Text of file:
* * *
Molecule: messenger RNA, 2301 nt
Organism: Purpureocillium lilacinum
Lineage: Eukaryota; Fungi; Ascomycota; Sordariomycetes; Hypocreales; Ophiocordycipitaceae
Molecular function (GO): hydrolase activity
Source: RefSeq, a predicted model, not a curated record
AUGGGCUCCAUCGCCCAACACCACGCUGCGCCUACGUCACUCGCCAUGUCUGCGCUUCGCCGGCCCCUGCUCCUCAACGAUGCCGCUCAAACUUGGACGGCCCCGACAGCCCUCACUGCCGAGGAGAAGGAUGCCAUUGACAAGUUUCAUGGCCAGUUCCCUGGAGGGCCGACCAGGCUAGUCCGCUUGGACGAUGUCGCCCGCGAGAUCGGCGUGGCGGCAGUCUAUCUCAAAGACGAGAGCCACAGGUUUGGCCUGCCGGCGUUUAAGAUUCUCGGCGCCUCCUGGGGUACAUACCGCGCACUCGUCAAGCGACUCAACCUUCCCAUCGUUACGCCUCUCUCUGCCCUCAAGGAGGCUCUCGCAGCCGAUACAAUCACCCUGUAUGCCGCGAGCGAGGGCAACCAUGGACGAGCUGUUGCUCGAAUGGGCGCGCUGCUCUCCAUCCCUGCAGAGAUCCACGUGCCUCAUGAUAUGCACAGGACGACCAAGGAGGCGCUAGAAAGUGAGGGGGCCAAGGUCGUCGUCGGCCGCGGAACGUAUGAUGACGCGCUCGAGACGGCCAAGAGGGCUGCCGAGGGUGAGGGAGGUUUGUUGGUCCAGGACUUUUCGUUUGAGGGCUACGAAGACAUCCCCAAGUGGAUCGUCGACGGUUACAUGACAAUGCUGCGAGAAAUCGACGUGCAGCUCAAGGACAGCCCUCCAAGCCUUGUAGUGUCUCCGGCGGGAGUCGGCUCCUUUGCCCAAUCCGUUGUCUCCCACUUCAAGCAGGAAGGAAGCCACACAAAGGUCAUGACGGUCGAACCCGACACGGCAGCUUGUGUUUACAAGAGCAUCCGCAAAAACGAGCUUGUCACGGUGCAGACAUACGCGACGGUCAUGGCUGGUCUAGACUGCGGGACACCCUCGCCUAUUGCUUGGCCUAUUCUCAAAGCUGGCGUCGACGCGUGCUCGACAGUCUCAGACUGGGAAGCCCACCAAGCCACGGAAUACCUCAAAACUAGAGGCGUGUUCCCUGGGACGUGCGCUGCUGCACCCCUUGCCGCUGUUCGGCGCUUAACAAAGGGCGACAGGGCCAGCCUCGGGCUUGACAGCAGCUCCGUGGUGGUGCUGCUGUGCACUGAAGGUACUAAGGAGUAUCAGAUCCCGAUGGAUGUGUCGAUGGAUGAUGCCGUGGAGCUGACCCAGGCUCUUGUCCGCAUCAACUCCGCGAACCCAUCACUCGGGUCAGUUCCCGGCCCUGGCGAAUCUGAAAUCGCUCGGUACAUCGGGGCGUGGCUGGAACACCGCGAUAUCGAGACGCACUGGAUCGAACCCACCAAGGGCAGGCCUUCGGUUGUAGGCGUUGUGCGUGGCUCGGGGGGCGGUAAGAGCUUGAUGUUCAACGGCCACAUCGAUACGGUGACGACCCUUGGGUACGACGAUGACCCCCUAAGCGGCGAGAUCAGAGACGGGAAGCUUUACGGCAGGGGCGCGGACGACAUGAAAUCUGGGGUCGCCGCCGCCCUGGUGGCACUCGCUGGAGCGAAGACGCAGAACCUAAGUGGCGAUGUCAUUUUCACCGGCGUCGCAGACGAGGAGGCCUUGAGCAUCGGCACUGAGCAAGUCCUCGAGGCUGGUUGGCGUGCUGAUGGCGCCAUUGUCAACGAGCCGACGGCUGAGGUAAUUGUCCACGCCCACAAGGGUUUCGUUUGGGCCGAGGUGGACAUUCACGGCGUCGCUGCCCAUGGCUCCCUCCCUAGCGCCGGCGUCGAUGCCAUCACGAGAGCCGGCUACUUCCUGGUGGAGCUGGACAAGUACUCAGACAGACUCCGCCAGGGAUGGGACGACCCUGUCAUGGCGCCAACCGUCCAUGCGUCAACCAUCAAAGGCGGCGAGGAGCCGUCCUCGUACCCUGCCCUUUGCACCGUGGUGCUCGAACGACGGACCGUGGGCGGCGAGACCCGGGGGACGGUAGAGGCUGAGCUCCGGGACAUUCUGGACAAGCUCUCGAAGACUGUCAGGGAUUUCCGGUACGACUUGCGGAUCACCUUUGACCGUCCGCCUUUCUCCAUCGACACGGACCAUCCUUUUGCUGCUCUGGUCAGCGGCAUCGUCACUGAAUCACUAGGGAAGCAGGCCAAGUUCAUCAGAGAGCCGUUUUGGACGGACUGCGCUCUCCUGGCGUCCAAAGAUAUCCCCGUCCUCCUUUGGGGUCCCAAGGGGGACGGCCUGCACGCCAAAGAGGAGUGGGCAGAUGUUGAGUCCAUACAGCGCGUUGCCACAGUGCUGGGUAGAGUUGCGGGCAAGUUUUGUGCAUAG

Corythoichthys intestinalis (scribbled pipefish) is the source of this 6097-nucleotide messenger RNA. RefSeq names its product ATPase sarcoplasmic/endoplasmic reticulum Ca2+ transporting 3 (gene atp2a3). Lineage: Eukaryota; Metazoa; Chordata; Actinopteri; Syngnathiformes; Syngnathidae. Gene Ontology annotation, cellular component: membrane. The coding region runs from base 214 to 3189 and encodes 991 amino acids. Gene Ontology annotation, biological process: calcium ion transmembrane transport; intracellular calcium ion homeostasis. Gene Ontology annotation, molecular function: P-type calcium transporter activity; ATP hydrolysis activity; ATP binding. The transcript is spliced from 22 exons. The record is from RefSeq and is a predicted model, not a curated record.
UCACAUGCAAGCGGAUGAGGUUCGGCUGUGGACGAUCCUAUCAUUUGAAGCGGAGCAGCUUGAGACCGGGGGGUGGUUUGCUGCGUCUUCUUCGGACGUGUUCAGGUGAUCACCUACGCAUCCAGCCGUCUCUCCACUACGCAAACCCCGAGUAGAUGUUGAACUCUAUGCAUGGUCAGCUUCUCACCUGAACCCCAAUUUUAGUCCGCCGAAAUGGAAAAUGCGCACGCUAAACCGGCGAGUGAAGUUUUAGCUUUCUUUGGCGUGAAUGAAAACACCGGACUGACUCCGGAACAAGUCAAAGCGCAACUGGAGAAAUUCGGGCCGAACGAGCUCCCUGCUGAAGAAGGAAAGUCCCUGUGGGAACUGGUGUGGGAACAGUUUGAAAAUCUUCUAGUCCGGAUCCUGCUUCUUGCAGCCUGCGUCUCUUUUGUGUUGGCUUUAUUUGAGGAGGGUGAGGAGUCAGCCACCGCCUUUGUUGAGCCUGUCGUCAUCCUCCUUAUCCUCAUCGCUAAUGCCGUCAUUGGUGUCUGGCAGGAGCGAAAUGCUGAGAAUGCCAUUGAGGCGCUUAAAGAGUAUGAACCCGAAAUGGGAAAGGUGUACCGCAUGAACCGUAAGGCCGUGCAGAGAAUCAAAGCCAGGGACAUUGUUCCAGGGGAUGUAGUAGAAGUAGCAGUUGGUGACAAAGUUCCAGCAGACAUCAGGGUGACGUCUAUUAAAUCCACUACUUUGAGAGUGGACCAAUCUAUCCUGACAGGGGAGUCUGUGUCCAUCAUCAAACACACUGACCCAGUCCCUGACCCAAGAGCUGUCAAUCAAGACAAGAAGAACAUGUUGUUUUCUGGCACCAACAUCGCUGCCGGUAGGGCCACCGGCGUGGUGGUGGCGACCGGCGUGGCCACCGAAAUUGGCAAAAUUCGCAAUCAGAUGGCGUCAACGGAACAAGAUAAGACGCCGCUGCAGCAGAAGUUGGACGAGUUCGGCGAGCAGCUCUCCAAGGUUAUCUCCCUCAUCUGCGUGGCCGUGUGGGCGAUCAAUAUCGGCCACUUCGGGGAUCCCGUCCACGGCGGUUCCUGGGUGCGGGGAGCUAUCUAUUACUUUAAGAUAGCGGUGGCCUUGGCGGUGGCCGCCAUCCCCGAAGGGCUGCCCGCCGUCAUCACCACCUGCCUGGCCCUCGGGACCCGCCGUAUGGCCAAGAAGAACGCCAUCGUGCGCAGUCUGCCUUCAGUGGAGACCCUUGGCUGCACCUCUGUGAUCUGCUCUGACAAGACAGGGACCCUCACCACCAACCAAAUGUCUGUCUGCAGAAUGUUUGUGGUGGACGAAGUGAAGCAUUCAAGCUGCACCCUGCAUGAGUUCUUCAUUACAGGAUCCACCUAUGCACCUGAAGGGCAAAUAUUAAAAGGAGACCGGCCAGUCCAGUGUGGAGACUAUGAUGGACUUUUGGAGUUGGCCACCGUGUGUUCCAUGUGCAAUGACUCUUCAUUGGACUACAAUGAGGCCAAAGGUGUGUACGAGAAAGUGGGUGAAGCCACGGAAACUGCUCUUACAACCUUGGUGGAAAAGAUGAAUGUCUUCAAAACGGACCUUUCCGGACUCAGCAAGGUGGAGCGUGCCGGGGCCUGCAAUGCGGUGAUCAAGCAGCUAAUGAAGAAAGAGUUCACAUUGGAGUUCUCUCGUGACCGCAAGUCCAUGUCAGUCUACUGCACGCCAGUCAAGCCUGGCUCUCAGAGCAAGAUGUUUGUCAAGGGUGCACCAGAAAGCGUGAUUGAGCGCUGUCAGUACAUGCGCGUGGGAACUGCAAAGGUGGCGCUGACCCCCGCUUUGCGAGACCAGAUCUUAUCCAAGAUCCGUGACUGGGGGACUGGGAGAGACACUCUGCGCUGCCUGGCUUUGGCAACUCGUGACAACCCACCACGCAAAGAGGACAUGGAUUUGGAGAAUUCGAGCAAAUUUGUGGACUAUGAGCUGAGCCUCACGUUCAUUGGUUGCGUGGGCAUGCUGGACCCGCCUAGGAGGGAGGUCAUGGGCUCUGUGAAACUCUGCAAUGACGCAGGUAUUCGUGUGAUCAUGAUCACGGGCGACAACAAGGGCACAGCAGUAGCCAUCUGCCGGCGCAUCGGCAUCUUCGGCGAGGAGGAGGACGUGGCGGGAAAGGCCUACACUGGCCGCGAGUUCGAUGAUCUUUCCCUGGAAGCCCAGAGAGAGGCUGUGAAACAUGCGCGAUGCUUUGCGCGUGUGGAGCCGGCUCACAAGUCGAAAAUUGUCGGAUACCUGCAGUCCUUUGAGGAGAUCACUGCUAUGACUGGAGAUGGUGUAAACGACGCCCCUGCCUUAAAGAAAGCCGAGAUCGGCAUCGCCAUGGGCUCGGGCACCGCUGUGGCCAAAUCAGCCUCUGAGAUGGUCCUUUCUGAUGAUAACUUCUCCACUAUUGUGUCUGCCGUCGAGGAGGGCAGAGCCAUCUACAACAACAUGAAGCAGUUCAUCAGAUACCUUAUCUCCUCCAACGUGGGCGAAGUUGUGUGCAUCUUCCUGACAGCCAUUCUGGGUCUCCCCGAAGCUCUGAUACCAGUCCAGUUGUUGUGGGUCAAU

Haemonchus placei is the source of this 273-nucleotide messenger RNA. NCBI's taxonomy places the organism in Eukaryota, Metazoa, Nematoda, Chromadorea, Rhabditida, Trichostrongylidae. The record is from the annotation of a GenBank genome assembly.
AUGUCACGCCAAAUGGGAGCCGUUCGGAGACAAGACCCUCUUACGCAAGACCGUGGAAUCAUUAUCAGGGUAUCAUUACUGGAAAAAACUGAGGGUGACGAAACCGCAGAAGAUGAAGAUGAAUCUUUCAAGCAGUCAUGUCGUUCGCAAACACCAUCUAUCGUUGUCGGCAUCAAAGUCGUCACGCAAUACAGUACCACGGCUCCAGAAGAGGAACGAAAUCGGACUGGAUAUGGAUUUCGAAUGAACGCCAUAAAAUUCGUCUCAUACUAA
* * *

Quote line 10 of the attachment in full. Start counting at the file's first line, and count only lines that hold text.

AUGUCACGCCAAAUGGGAGCCGUUCGGAGACAAGACCCUCUUACGCAAGACCGUGGAAUCAUUAUCAGGGUAUCAUUACUGGAAAAAACUGAGGGUGACGAAACCGCAGAAGAUGAAGAUGAAUCUUUCAAGCAGUCAUGUCGUUCGCAAACACCAUCUAUCGUUGUCGGCAUCAAAGUCGUCACGCAAUACAGUACCACGGCUCCAGAAGAGGAACGAAAUCGGACUGGAUAUGGAUUUCGAAUGAACGCCAUAAAAUUCGUCUCAUACUAA